The most popular romantic heroines of recent years, Bella Swan of the Twilight saga and Anastasia Steele of the Fifty Shades of Grey trilogy, find a goddess-like power in the decisions they make about their bodies, especially their determination to have sex with dangerous, domineering men. The rhetoric of choice and girl power makes each heroine’s body-bruising surrender of control seem an assertive and liberating act—a deed that, according to Anastasia, proves her to be more daring than 19th century romantic heroines like Jane Austen’s Elizabeth Bennet and Charlotte Brontë’s Jane Eyre.
However, the way the contemporary heroines carry themselves (or rather fail to do so) shows their lack of control over their bodies from the beginning: Bella and Anastasia cannot enter a room without tripping over their own feet, and to stand upright they depend on the strength of the preternaturally graceful heroes. The heroines’ clumsiness might seem to unsteady cultural expectations of feminine bodies, but it serves instead to reinforce traditional gender roles, relations of inequality that are more effectively trodden down by the independent walkers of 19th-century romantic fiction, particularly Elizabeth Bennet and Jane Eyre.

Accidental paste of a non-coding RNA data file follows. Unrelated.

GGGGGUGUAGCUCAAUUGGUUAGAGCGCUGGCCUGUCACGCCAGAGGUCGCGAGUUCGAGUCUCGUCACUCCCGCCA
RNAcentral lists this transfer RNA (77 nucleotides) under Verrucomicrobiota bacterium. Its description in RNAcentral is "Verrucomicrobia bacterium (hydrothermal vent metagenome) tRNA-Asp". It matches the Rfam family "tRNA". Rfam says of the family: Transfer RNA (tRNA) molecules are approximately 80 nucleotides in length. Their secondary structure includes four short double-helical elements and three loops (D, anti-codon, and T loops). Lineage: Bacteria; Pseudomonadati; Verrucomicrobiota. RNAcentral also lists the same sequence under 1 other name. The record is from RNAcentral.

Stephanie Meyer’s Bella Swan is defined by her clumsiness. The vampire Edward Cullen catches Bella when she stumbles, and he declares his love for her after carrying her up a mountain and demonstrating his superior strength and grace. By contrast, in Austen’s Pride and Prejudice (one of Bella’s favorite books), Mr. Darcy is first seen at a ball, “standing about” in a “stupid manner,” while Elizabeth Bennet defies convention by walking on her own for miles over rough country. Darcy then finds himself drawn to her eyes, which “were brightened by the exercise.”
The romance in E. L. James’ Fifty Shades of Grey begins with Anastasia Steele tripping and falling headfirst into the office of billionaire CEO Christian Grey, who first sees her on her hands and knees and helps her to her feet. Through their interview, she remains flustered and awkward while he is “coolly self-possessed.” By contrast, the romance in Brontë’s Jane Eyre (which Meyer cites as a primary inspiration for Twilight and which is invoked even more frequently by Fifty Shades) begins when Jane, walking a country road alone at dusk, witnesses a horse slip and bring its rider, Edward Rochester, to the ground. The gruff, injured Rochester has to lean heavily on the small but steady Jane in order to make it back to his horse.